Shaking Off the Cobwebs of Summer

I’m back! Is the summer really flying by this fast? Thanks to my regular readers for being patient while I took July off. I was quite busy but took a much needed break from the musical world. Possibly the longest I’ve taken since high school! Now I am back and energized to practice, get ready for the season, tackle new projects, get better and write some blogs! The focus of today’s blog will center around exactly that. How to get back in gear after a much needed break. I encourage all of my students to take a week or two off in the summer as all the hard work done during the year can be exhausting and eventually wear on you. See my blog on when not to practice. Today I will focus not only on practice techniques to get back in shape but also on ways to get organized and set goals so this coming year can be your best!


I know this isn’t a picture of “shaking off cobwebs”, but thought it was much cuter…

I love music, but it sure can be nice to get away from it for a while. Sometimes when I come back however, I feel a little lost. My routine is gone and the whole process feels foreign. My hands feel terrible and I start to worry how long it will take me to get back in shape. I’m sure many of you have experienced similar feelings. While you may be motivated to get better and conquer the world, sometimes it’s tough to know where to start. Everyone is different but here is how I shake the cobwebs off and set myself up for a great year.

First I establish goals. This may seem very high school councilor of me, but it works. It makes it tough to improve if you don’t know what you are trying to do. I encourage young students to do this especially. It may seem that you should just follow what your teacher tells you to do, but you should be involved in your own education. Communicate with your teacher and discuss options and your own thoughts on what you want to do. There may be times where your teacher strongly pushes you in a direction because they feel it’s what is best for you. They are probably right for doing that. However, they should also listen to what YOU want out of lessons and music study. After you have talked to your teacher and spent some time yourself thinking; write down some goals. They could be areas you want to improve. Pieces you want to learn. Styles of music you want to dive into. A new instrument you have never spent significant time on. An aspect of your playing that you feel really could use improvement.

Once you have these goals you should give them a timeline. When you want them done by. A lot of this timeline is probably predetermined based on your school or professional schedule. Say you know you have a recital in November. A lot of your Fall goals are going to be focused on getting ready for your recital. Then, maybe you have some auditions in February. Most of your winter goals will focus around getting ready for those auditions. Maybe there is a pocket of time where you feel you don’t have anything immediately pressing. That is my favorite!! Take advantage of a 2 week or even month long span of time to dive in and improve something very specifically. It’s really hard to dissect a skill and take a few steps back to fix something when you have a recital, audition, or big performance coming up. Try to find periods of time in your year where this can happen.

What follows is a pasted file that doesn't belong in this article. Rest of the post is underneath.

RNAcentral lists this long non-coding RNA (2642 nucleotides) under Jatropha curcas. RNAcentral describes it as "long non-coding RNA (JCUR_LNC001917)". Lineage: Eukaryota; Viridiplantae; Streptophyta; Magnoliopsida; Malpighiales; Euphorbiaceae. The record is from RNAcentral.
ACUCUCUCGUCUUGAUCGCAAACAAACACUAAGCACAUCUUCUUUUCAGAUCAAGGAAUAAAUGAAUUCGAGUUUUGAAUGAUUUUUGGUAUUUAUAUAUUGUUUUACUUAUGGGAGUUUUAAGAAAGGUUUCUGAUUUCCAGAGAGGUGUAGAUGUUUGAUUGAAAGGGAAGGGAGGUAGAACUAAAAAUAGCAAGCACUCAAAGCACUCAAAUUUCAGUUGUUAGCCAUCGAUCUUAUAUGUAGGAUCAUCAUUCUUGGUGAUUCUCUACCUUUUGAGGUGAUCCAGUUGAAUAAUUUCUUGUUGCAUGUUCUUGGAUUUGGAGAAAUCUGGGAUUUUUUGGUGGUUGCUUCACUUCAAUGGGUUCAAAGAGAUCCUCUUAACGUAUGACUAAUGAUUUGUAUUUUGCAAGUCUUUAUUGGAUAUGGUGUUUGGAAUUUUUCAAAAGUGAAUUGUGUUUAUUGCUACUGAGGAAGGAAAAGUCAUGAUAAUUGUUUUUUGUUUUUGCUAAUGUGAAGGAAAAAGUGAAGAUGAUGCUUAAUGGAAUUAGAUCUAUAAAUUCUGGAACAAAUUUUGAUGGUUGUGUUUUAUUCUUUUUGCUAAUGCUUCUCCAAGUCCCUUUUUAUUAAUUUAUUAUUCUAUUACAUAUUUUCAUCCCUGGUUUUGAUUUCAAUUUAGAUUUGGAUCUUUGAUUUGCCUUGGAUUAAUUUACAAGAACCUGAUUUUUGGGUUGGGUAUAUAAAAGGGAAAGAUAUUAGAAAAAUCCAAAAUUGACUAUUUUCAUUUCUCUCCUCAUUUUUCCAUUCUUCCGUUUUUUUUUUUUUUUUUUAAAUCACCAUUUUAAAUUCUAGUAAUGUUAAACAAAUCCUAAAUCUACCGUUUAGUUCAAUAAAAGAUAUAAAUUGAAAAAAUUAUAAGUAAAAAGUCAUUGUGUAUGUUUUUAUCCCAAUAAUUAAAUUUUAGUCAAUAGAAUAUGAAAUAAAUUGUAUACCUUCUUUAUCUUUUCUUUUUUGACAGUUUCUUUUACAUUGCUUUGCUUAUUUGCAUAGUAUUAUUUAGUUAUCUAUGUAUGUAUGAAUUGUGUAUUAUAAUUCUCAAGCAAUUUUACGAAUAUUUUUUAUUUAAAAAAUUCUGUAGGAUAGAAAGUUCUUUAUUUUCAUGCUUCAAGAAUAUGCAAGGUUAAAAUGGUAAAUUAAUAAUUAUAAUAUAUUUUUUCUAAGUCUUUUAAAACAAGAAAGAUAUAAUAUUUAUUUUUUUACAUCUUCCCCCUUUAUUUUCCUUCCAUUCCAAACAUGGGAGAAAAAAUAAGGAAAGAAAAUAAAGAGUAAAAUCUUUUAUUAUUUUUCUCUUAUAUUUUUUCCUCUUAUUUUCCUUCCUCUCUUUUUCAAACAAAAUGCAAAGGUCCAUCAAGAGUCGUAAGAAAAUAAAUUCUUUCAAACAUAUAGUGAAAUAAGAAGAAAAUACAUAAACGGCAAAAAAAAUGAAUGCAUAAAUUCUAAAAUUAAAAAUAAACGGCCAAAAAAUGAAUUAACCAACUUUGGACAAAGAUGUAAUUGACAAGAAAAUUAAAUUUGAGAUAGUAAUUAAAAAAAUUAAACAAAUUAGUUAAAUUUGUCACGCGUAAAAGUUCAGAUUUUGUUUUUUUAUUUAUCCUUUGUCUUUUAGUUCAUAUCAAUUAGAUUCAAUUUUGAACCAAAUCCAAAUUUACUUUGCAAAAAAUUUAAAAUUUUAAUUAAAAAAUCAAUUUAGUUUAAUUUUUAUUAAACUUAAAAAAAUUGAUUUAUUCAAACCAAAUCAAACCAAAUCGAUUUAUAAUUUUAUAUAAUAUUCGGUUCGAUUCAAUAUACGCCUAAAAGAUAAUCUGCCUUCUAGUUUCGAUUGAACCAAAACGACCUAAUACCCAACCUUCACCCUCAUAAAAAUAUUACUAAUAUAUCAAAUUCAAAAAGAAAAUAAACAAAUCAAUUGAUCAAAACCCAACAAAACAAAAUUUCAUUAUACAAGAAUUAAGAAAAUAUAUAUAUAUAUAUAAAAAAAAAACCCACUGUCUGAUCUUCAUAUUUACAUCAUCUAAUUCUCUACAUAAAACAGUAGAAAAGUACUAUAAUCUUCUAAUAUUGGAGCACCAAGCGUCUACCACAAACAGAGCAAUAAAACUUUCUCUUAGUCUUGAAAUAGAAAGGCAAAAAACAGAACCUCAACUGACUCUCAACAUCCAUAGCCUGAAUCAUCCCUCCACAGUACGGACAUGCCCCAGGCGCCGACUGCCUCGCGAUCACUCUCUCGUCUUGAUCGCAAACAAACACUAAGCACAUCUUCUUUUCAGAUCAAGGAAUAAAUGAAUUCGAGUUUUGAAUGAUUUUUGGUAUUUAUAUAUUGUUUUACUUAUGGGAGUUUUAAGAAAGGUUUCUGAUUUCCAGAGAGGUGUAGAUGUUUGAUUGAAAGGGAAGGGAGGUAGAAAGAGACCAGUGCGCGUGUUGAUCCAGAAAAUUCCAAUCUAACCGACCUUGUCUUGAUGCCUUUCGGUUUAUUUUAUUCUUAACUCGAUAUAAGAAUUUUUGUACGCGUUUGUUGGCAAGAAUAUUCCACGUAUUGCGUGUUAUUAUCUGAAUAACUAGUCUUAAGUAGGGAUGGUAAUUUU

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I set up a very loose calendar of the year with the big events on it and start filling in the gaps. I will work backwards from an event. This helps me place markers of when I want the repertoire to be at certain stages. I can’t stress enough how important this is. I am planning on writing a longer blog on this later, but this sort of preparation is key to being ready to perform when you need to be ready. It also helps to see visually how much time you have to prepare. And don’t forget the little stuff. Make sure you put that percussion ensemble piece that you need to learn. Sure it may only take 5-6 hours to prepare but you can plan for that once it is on your schedule.

Every year I look at one aspect of my playing that I want to make a concerted effort to get better. (maybe I should look at multiple things…) It can be something really small or it can be large. Some examples have been:

large interval shifting on marimba

soft snare drum control (specifically doubles and rebound control)

snare drum roll control

cymbal crashes and consistent angle of attack

bass drum and bass drum with cymbals attached (yes you actually have to spend time doing these things!)

vibraphone pedal control

This year for me it’s my tambourine roll. I’ve never been happy with it. I know I am using an inefficient method for producing my roll, and while it has worked, I know it could be better. Well, it’s going to get better!

Now that you have this giant calendar for the year it might seem a little overwhelming! Well, take a deep breath and relax. Because, luckily you have the entire year to accomplish all of these goals. You don’t have to get started on every single item right now. By doing all of this preliminary work, you will have a much better idea of how to plan a practice schedule for the first few weeks going forward. This will help you decide, “OK, what am I working on today.” I would look at the next month or two and let that dictate where my general focus is for these individual practice goals. I wrote a series of blogs about warm ups and technique improvement routines last year that should be helpful for whatever area you need to focus on right now. I set short term goals, so these long term goals we have made, can happen.

Something I am doing this year, and have done in the past is to look WAY ahead and start preparing early. If you make this sort of long term calendar you can see potential conflicts before they happen. My January this year is going to be pretty nuts. I have 2 major performances of extremely difficult repertoire; Messiaen’s From the Canyons to the Stars and Bob Becker’s Girlfriend’s Medley with orchestra. I also have some pretty major events in November and December, so I know my practice time is going to be limited in the winter. I have played the Becker but not the Messiaen. With all of this in mind I’m planning on learning the notes to the unfamiliar Messiaen this fall. I’ll then put it away, probably around October, so I can focus on other things and bring it back in late November. I just simply don’t have the time to learn it from scratch right before the performance, so I’m starting now. You might find similar situations in your schedule, where you need to do some preliminary work on a future project.

Everyone practices and prepares differently but I believe getting yourself organized and having a plan is a huge key to success. Establishing goals, making a timeline, focusing on weaknesses, and writing out a practice schedule are four great ways to improve your playing. Before you even play a note!